Conservation is achieved through measures adopted in favor of a natural resource in order to increase its longevity and improve usage patterns. Some such measures are as follows:


a) Rational use of the resources:

Rational use of the resources is one of the concepts is conservation o natural resources in an essentially undisturbed condition because they are of scientific interest, have aesthetic appeal or have recreational value. Preservation also serves an ecological purpose by maintaining the function of the total environment, for example, protection of forests assures a sustained yield of water into urban reservoirs, and protection of estuaries perpetuates ocean fishery.

But rational use is not just preservation. It also implies the direct use of resources for their commodity or recreational value. Thus, harvesting of forest crops, livestock grazing of grassland, catching fish and hunting wild animals can be considered a legitimate part of the rational use f natural resources, if they are carried out in such a way that the resource is perpetuated and not endangered.

b) Sustained yield:


Concept of sustained yield is involved in these activities. This means cropping the annual surplus of individuals so as not to endanger the breeding stock of game animals or fish. Similarly, tree cutting or grazing of grass should remove only the annual increment and no more.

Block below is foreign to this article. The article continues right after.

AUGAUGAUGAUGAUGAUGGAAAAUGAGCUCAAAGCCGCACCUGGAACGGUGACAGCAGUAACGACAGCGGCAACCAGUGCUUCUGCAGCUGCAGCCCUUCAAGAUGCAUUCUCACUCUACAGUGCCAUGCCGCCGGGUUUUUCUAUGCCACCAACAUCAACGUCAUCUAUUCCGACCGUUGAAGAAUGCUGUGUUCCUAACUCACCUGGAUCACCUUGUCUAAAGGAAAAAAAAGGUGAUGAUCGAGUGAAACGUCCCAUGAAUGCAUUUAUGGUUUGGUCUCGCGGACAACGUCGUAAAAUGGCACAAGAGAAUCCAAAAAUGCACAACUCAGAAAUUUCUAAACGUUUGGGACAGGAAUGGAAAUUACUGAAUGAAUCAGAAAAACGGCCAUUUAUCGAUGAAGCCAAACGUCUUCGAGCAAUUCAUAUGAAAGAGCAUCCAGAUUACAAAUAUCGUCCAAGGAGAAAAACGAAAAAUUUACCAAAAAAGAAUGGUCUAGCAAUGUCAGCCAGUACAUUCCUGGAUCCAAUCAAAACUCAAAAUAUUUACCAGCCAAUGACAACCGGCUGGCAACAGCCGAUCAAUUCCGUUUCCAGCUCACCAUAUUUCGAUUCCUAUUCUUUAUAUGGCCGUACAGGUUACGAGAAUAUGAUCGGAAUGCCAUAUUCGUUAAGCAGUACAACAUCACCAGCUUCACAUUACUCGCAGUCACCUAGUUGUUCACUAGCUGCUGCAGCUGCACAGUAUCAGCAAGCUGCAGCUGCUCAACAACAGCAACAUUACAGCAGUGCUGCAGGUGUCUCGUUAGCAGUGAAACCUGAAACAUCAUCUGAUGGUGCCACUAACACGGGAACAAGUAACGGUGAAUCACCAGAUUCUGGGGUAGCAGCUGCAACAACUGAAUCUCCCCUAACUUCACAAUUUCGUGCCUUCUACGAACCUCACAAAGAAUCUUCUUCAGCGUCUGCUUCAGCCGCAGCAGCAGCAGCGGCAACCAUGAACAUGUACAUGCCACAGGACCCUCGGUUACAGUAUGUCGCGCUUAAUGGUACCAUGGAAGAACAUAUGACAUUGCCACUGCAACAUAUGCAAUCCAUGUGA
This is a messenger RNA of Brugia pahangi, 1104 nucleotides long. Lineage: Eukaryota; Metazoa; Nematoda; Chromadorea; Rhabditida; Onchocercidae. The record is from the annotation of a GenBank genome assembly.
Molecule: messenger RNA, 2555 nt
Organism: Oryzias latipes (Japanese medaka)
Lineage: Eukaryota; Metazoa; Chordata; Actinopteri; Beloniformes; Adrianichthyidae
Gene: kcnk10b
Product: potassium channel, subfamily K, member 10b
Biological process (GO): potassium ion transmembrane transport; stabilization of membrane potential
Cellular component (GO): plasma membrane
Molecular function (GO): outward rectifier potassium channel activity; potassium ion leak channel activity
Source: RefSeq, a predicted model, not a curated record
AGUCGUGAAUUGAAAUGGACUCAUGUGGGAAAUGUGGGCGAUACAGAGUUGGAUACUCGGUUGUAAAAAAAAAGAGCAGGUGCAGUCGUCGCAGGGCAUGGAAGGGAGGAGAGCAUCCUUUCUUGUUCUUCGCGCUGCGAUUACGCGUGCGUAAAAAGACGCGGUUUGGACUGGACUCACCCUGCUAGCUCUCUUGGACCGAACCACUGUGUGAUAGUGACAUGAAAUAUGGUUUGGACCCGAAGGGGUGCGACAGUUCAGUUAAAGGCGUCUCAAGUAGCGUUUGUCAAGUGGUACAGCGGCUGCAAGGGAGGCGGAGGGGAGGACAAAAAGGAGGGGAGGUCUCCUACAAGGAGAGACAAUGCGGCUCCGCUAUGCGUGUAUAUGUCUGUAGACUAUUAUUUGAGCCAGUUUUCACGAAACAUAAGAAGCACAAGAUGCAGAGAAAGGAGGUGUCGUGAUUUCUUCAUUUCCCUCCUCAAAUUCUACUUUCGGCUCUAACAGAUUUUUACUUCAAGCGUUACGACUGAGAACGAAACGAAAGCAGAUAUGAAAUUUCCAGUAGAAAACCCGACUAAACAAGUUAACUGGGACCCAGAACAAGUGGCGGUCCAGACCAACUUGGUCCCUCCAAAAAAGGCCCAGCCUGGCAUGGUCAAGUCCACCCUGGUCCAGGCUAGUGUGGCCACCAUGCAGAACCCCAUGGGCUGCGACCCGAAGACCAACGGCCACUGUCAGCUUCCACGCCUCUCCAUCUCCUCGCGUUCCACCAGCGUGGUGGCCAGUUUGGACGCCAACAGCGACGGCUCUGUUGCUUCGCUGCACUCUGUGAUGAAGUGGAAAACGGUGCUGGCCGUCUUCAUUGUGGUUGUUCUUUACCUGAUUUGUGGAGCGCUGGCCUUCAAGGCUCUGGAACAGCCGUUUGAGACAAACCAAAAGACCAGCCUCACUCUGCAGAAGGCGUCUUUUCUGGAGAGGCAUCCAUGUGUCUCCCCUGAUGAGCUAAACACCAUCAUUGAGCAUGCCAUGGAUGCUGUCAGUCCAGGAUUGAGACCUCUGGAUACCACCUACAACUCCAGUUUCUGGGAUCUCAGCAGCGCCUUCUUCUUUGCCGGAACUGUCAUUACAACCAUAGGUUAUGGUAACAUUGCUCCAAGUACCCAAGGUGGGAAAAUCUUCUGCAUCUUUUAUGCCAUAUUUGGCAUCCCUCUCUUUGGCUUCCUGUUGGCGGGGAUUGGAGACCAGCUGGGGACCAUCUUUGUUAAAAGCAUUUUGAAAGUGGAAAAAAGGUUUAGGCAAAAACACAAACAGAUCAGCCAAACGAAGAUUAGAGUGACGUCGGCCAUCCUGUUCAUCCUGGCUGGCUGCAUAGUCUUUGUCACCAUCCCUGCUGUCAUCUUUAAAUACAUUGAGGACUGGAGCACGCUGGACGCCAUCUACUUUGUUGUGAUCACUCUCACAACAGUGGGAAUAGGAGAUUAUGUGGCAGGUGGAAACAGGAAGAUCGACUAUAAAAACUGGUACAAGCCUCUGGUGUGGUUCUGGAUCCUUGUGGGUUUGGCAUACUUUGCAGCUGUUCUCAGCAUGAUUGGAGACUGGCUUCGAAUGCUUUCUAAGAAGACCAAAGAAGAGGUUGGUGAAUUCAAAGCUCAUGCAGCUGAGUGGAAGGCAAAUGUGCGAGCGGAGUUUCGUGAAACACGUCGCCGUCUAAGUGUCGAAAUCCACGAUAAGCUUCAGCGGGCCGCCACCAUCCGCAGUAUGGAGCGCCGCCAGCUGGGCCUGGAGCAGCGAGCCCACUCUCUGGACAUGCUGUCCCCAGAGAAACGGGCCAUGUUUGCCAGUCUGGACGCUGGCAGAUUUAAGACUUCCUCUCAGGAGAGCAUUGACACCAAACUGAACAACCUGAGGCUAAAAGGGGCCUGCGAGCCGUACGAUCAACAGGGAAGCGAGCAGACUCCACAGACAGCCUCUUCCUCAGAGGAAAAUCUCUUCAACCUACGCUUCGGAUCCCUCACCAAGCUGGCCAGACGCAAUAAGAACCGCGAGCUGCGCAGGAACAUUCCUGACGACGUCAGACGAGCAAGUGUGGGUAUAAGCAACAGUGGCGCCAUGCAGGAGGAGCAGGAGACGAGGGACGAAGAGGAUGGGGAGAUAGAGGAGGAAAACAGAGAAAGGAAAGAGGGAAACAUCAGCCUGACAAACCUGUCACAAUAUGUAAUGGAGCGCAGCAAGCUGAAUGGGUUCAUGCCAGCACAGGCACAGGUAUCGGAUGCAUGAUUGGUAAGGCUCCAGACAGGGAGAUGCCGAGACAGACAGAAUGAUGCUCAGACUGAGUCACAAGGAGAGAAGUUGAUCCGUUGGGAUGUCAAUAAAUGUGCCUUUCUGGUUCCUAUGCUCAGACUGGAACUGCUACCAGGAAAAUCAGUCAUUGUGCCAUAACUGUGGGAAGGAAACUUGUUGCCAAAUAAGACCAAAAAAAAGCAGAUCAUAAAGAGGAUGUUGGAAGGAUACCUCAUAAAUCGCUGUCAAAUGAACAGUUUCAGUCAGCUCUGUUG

c) Restoration:

Restoration is another important aspect of conservation. It is a widely familiar conservation measure, which is essentially the correction of past careless activities that have impaired the productivity of the resource base. Deforests areas and mined and barren lands can be revegetated with some effort. Depleted animal and plant populations can recover if they are accorded protection. This measure is familiar in modern soil and water conservation practices applied to agricultural land.

Restoration is possible, however, only as long as species are protected and genetic diversity of life is maintained. When species become extinct, the restoration of past conditions becomes impossible.

d) Protection:

Protection of natural resources from commercial exploitation to prolong their use for recreation, watershed protection, and scientific study. This is the concept underlying the establishment and protection of parks and reserves of many kinds.

e) Reutilisation :

Reutilisation is the reuse of waste materials, as in the use of industrial water after it has been purified and cooled. The same process becomes recycling if the water material requires minor treatment before it can be used, as in the use of scrap iron in steel manufacture.

f) Substitution:

Substitution, an important conservation measure, has two aspects: (i) the use of a common resource instead of a rare one when it is for the same purpose, (ii) the use of a renewable rather than a non-renewable resource when conditions permit.

g) Allocation:

Allocation concerns the strategy of use- the best use of a resource. For many resources and their products, the market price decides as to the use a resource is put, but under certain instances, general welfare may dictate otherwise. The allocation of resources may be controlled by government through the use of quotas, rationing and outright permits.

h) Integration:

Integration in resource management is a conservation measure because it maximizes over a period of time, the sum of goods and services that can be had from a resource, or a resource complex such as river valley. This is preferable to maximize certain benefits from a single resource at the expense of other benefits or other resources. Integration is a central objective of planning.